And even while they attack those who criticize her as being special interest groups catering to the far-left, they lament that no one is defending her. Thomas Sowell, another black conservative apologist, writes: "The real question is whether the administration that nominated Justice Brown will mount a serious counter-attack or leave her out there, twisting in the wind, the way it did with Miguel Estrada and its other judicial nominees. Have you seen anything by anybody, anywhere, defending Janice Rogers Brown?" Well, duh, I'm reading your column, aren't I?

Do a Google search for yourself and you'll find the rightwing rhetoric to be clearly divisive and racist on Brown's nomination. The Democrats have been clear about their objections to Brown, which have nothing to do with race and everything to do with her extremist political philosophy and judicial advocacy. But those on the right continue to accuse the Democrats of racism, as if they are the only ones who notice that Brown is black. Ironic, huh?

Marni Soupcoff writes in the conservative FrontPageMag, "A Brown seat on the Supreme Court would mean one more vote for a jurisprudence of true [her italics, not mine] equal rights, rather than one of forced racial and sex preferences." Here is another example of the kind of disingenuous rhetoric I'm hearing from the right:

They take great pride in telling women, minorities, or those of some "special" classification, that the only political party which adequately addresses their unique needs is the Democrat Party. However, the "needs" of these groups are not what drive the Democrats to clamor for their attention. Rather, it is the fact that these groups have traditionally voted Democrat that earns them the attention of the Democrat Party elite. Take a women or a minority who happens to be a conservative, and the needs of that person are not quite as important as they used to be. In fact, that person now becomes persona nongrata to the Democrats.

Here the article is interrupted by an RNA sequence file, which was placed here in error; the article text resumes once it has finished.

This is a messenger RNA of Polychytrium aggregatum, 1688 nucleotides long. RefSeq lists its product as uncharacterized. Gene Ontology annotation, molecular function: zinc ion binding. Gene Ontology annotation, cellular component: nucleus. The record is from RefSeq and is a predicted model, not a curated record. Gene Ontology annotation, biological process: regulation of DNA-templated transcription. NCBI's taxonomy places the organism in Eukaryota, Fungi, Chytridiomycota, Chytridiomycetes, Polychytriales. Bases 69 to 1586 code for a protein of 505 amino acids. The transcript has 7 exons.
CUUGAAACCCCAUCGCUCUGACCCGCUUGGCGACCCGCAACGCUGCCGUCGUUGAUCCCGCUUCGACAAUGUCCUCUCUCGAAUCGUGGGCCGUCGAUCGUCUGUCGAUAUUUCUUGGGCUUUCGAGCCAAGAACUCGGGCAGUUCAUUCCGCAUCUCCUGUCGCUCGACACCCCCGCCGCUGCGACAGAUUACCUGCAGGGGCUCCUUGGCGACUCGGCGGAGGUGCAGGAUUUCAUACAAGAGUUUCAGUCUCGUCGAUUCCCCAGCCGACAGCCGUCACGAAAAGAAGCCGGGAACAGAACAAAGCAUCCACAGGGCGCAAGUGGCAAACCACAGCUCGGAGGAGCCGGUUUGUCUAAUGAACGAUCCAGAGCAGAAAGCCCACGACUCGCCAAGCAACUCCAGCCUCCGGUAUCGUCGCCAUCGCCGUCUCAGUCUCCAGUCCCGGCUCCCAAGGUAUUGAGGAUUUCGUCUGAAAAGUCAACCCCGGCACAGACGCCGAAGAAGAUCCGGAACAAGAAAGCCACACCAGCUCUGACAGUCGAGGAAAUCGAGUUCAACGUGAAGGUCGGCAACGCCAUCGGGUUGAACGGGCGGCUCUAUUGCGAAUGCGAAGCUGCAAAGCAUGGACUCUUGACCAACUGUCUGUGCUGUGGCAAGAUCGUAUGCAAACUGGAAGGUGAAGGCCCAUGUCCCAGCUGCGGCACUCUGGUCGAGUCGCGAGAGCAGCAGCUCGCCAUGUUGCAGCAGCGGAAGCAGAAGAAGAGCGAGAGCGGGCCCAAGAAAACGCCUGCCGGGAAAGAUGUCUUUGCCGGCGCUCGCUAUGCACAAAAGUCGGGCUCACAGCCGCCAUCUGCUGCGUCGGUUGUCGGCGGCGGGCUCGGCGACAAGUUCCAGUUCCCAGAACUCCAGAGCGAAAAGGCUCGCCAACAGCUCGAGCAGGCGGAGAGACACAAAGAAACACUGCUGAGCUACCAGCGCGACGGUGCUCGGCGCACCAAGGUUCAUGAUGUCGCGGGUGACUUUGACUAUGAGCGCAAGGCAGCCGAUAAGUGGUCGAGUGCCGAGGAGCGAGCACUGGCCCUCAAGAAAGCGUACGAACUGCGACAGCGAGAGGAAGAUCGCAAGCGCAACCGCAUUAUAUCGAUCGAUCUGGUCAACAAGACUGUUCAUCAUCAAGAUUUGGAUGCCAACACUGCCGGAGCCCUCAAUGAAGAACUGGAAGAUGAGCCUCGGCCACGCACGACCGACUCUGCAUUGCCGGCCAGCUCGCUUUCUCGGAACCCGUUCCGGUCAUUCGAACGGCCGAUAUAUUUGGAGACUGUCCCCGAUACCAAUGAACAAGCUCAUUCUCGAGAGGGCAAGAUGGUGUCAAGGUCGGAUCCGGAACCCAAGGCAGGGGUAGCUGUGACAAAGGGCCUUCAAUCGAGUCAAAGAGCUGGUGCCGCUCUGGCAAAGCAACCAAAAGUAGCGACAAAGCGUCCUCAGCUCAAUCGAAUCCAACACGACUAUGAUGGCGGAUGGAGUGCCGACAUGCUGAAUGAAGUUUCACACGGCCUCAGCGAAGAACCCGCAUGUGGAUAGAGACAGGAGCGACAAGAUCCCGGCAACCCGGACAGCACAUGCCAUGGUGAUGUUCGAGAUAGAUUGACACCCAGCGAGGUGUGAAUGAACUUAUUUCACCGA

If the far-right Republicans respected the process, and their colleagues, not to mention their fellow Americans, they would nominate candidates that weren't so aggressively unprincipled and intemperate in their views. Instead of nominating candidates that everyone can agree on, they continue to see how much they can get away with. And it's about time that stopped.

I'm stating the obvious here, but there is no sign of things improving anytime in the foreseeable future. Nothing will change in Washington until we have a Democrat in the White House and the Democrats back in charge in Congress, either the Senate and the House. Maybe some of them don't deserve our support or our respect, but the alternative has so far been a nightmare that keeps getting worse. There just aren't enough Republicans with the integrity and sufficient power to keep the GOP from being continually hijacked by the likes of Orrin Hatch, Jeff Sessions and other Bush Republicans.

Take a few minutes to make your views known to your senators. We can keep the Bush Republicans from getting away with this.